R-Sky “Nirvana” Retrospective Review

The Nirvana has been the high water mark for sport kites for a number of years now but I’d never really spent any time with one till now, so here is my retrospective review.


The one in my bag is the 10th Anniversary edition, #11. It is framed in Icone White, both the leading edges and the lower spreaders which makes for re-assuredly stiff, shudder free, frameset. The only concern with Icone is its availability and sourcing a replacement spar in the event of breakage. I’m not sure what the framing plans are for Icone kites looking forward given that Icone might soon be discontinued but some Sky Shark Nitro’s would surely make for an ample substitute. The sail layout is arguably the best ever produced, most everybody is a fan of the design irrespective of what they make think of the kite itself. Thankfully, R-Sky appear to have abandoned the awful button style sail clips, responsible for many a lost standoff, much cussing and Yosemite Sam style tantrums. New kites ship with screw in style fittings which are going to be there for the life of the kite and represent a most welcome upgrade.

Pretty soon it becomes clear that the inner bridle leg catches over the spine enough for it become very irritating. You can shake it off by cartwheeling the kite or some such but it remains a PITA. The simple solution is to tie a short keeper line between the inner and upper bridle legs such that the bridle can’t catch the spine. And this is something you are going to want to do, else you’ll be cursing the kite and your sloth, each time out.


As for the tricks, its textbook clean. The old school stuff, flatspins, cascades, backspins, flic-flacs are all effortless. As for the newer stuff, its all pretty easy on this kite too. Point in case, Taz Machines. This kite will put out the prettiest Taz Machines you might ever pull. You’ll read all about these newer German designs which excel at the Taz, and its true they do, but they don’t look any better than on the Nirvana and that’s a fact.


The kite is great in anything turtle based, Multi-lazies are flat and stable and the kite doesn’t fall out of them backwards like some others can tend to.

One area of weakness though, at least with the stock Icone version is rolling the kite up, I’m afraid it’s a bit of pig in that regard. I tried hitting it harder and adding more tailweight but to no avail. Then I remembered, most owners shorten the upper spreader a tad. The stock spreader is 50cm and I’m assured by respected R-Sky fliers that when shortened to 49.5cm or 49cm the ‘Vana rolls up much, much better.


Precision must be best close to best class for a design which tricks so well. Snappy corners and constant speed across the window make this a great precision machine and its competition heritage proves this. Not that this should come as any great surprise of course, the ‘Vana has been the gold standard for a number of years now. As an all around freestyle/competition kite its yet to be bettered, even by R-Sky themselves.


Time to dispel a few myths then. First up, the “pull”. You often hear people on the forums complaining about the excessive pull the kite generates. Well, I flew it up to 15mph and I’m here to tell you thats stuff and nonsense. I’m not fond of strong pulling kites, but the Nirvana gave me no reason for complaint. I didn’t notice any excessive or unpleasant pull.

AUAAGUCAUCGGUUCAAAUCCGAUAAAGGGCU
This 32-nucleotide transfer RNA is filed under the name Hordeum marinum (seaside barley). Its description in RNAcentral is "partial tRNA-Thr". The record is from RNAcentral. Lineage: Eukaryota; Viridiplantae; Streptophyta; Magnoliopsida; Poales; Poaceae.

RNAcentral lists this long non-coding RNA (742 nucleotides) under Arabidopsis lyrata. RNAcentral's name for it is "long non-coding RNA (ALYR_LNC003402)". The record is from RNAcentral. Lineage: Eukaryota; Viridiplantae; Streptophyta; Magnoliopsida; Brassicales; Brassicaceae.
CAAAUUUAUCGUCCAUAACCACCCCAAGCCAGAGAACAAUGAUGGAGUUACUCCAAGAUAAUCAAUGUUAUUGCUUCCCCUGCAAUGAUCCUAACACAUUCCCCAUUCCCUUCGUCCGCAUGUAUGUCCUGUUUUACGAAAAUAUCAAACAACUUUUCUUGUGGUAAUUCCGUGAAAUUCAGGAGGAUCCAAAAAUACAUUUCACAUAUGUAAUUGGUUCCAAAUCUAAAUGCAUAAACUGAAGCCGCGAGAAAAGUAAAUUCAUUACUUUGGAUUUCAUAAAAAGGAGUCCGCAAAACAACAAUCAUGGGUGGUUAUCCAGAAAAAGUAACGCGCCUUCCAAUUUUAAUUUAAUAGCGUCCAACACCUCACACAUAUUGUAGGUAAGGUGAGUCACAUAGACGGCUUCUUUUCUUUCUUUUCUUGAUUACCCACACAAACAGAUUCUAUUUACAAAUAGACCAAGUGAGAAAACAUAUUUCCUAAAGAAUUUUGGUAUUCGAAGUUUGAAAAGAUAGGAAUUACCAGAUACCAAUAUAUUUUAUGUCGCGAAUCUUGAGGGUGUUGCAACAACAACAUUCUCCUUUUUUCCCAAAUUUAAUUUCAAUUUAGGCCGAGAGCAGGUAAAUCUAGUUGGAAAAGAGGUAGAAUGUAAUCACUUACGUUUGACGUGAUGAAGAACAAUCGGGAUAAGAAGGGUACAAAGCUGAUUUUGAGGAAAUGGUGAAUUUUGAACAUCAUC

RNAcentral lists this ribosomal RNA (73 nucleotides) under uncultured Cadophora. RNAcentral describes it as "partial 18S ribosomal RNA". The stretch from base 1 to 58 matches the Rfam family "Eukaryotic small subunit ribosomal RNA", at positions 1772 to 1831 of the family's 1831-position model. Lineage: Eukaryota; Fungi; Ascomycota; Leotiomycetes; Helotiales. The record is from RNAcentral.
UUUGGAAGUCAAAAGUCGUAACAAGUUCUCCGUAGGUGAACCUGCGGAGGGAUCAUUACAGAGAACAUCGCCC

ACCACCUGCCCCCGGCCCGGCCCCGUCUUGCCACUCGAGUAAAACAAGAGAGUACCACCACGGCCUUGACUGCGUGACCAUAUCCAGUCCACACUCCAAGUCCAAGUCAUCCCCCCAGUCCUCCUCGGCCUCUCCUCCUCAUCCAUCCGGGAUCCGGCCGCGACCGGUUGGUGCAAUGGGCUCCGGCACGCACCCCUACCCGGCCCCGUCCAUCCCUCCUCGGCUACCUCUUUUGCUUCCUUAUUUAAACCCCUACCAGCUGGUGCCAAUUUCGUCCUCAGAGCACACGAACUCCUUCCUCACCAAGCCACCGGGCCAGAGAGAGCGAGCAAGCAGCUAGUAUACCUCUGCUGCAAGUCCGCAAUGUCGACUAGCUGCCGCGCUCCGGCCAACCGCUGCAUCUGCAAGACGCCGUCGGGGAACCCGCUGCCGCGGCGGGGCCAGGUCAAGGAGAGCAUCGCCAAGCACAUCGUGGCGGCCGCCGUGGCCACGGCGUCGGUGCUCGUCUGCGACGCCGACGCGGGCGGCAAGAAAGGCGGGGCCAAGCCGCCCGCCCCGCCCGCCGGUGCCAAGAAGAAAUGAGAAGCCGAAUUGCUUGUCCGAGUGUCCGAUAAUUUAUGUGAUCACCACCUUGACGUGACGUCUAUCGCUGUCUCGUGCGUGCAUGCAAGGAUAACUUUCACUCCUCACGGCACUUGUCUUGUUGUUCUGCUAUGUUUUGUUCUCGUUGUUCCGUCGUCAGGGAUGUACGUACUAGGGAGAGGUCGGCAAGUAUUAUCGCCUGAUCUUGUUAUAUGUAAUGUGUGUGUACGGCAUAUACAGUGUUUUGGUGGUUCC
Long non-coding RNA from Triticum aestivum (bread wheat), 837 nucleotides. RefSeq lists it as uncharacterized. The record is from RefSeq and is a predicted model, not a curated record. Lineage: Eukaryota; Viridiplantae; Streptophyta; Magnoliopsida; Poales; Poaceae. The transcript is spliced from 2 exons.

Next up, “the large inputs required”. Well, I’m happy to report thats more poppycock. The Nirvana responds very nicely to light and small inputs. I know it can be flown aggressively too and in the right hands that this might yield even better results, but there is no need to manhandle this kite.

Some Negatives ?

Well, it really needs a couple tweaks as mentioned, a shortened the upper spreader and the bridle keeper line. For a design of this maturity you might have expected these mods to have been incorporated into the stock design.

For all its qualities and undeniable greatness, it feels a little soulless. A little too clinical, it lacks personality and grin factor. Perhaps this is because the kite is just so damn good, its almost as if its flying you, rather than you at the controls. And if there are no struggles, then there’s little sense of achievement and it feels less rewarding to fly. The Nirvana has no vices, and that should be a good thing, but we do so love our little vices don’t we ? :wink1_tb:

Finally, theres the price. The Nirvana is an expensive kite, in Sky Shark and very expensive in Icone. Now much of this can be attributed to the exchange rate and the relative strength of the Euro. This is a problem with any European kite, so what you going to do ? Pass up all these killer Euro chic designs or suck it up and pray for a return to the days of the more favorable exchange rates ? I suggest the later, in the words of the great satirist Craig Hibbert “lifes to short to fly crappy kites”.


So, the aging Nirvana no longer represents the bleeding edge, there are more radical designs available, designs which can out perform the ‘Vana in one area or another. But there can’t be many designs which are better all around performers, at least I’ve not flown any. This is a truly awe inspiring kite, definitely a kite everybody should at least experience, if not own. A few minutes with this will show you just what is lacking in your other kites and just how good a pilot you will be, one day, when you can fly those others well as you fly this.

Oh yes, the Nirvana is really the flatterer, it makes most everybody look better than they really are :biggrin_wp: